The high power consumption disadvantage of the traditional von Neumann computing method was overcome with the development of neuromorphic computing systems that mimic the human brain.
Concept image of the item. Photo credit: Korea Institute of Science and Technology (KIST).
The implementation of a semiconductor device using a brain information transmission technique requires a high-performance analog artificial synapse device capable of expressing different synaptic connection strengths. This technique exploits signals sent when a neuron generates a spike signal.
Considering the traditional variable resistance memory devices, often used as artificial synapses, the electric field builds up as the filament grows with varying resistance, creating a feedback phenomenon that leads to rapid filament growth.
As a result, it’s difficult to build in much plasticity and maintain analogous (gradual) resistance variations across filament types.
The team of dr. YeonJoo Jeong at the Center for Neuromorphic Engineering at the Korea Institute of Science and Technology has overcome long-standing problems with analog synaptic properties, plasticity, and information retention in memristors and neuromorphic semiconductor devices.
He explained the creation of a synthetic synaptic semiconductor device capable of extremely reliable neuromorphic data processing.
The performance of current neuromorphic semiconductor devices has been hampered by a modest synaptic plasticity, which the KIST research team addressed by tailoring the redox properties of active electrode ions.
Additionally, several transition metals have been doped and used in the synaptic device to alter the probability that active electrode ions are reduced. The high reduction probability of ions has been shown to be a crucial factor in creating high-performance artificial synaptic devices.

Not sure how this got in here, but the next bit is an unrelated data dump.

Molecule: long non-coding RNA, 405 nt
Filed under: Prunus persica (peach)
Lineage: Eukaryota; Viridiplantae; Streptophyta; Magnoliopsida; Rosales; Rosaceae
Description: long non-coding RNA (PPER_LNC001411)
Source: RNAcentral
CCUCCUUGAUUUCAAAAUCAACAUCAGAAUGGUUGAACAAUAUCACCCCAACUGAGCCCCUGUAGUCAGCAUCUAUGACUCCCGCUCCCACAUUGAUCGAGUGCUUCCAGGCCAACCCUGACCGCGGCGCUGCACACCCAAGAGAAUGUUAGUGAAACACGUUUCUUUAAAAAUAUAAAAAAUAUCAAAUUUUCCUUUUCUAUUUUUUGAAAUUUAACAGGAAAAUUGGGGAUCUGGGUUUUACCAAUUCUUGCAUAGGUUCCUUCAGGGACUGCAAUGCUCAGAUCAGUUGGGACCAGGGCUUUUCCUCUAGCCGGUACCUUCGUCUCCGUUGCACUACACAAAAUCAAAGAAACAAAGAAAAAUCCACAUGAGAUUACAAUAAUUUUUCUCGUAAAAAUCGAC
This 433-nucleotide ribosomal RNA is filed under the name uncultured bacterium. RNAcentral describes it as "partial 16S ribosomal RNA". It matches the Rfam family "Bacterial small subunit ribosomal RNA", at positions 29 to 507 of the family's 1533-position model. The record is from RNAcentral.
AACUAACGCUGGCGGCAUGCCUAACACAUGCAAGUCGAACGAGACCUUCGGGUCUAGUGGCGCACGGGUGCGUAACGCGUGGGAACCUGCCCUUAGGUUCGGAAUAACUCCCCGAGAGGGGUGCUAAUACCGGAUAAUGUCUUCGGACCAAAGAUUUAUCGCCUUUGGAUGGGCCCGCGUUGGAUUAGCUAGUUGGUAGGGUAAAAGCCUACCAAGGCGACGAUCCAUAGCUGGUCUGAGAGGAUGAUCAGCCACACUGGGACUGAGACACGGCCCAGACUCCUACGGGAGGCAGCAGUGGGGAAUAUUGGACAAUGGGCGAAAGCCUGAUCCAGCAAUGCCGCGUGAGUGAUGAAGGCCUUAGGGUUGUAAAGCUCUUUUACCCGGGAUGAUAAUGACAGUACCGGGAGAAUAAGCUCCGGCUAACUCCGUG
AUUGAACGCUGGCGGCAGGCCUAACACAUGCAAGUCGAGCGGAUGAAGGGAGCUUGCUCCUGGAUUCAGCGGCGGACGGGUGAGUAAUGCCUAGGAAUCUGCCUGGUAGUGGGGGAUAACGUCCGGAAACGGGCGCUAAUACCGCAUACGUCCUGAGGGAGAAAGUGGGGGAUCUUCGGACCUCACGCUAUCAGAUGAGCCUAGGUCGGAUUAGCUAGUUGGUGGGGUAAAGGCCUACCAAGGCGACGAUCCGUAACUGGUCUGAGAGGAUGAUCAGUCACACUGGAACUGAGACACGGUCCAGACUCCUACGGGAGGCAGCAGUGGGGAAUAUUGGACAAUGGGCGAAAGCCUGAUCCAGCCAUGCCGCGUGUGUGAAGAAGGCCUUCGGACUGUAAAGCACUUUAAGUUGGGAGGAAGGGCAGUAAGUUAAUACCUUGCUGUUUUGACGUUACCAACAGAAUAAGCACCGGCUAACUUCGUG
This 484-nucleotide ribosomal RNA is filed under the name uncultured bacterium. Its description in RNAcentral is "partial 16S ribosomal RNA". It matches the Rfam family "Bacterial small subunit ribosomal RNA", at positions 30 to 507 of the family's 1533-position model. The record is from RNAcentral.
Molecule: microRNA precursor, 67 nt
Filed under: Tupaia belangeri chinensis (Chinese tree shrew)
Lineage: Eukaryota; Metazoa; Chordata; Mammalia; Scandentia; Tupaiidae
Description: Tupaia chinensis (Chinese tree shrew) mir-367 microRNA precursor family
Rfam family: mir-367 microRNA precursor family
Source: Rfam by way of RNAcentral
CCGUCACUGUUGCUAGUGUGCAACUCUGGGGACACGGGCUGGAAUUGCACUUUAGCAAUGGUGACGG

The study team therefore added a titanium transition metal with a high ion reduction probability to an already existing artificial synaptic device.
This preserves the analog properties of the synapse and the plasticity of the device at the synapse of the biological brain, which is about five times the difference between high and low resistances.
The team also created a high-performance neuromorphic semiconductor that is about 50 times more effective.
Compared to the current artificial synapse device, information storage has been improved up to 63 times due to the high-level alloying reaction involving the doped titanium transition metal. More accurate simulations of certain brain processes, such as long-term depression and potentiation, could also be performed.
Using the artificial synaptic device they constructed, the team attempted to implement an artificial neural network learning pattern for image recognition. As a result, the error rate was reduced by more than 60% compared to the current artificial synaptic device.
In addition, the accuracy of handwriting image pattern recognition (MNIST) increased by more than 69%. By improving the artificial synaptic device, the research team demonstrated the feasibility of a high-performance neuromorphic computing system.
This study drastically improved synaptic range of motion and information storage, which were the major technical barriers of existing synaptic mimics. In the developed artificial synapse device, the analog operating range of the device has been maximized to express the different connection strengths of the synapse, so that the performance of brain simulation-based artificial intelligence is improved.
dr YeonJoo Jeong, Senior Research Scientist, Center for Neuromorphic Engineering, Korea Institute of Science and Technology
dr Jeong added: “In the follow-up research, we will manufacture a neuromorphic semiconductor chip on the basis of the developed artificial synapse device to realize a high-performance artificial intelligence system, thereby further improving the competitiveness in the field of domestic artificial intelligence systems and semiconductors.”
Kan, J. et al. (2022) Cluster analog memristor by redox dynamics engineering for high performance neuromorphic computing. nature communication. doi:10.1038/s41467-022-31804-4.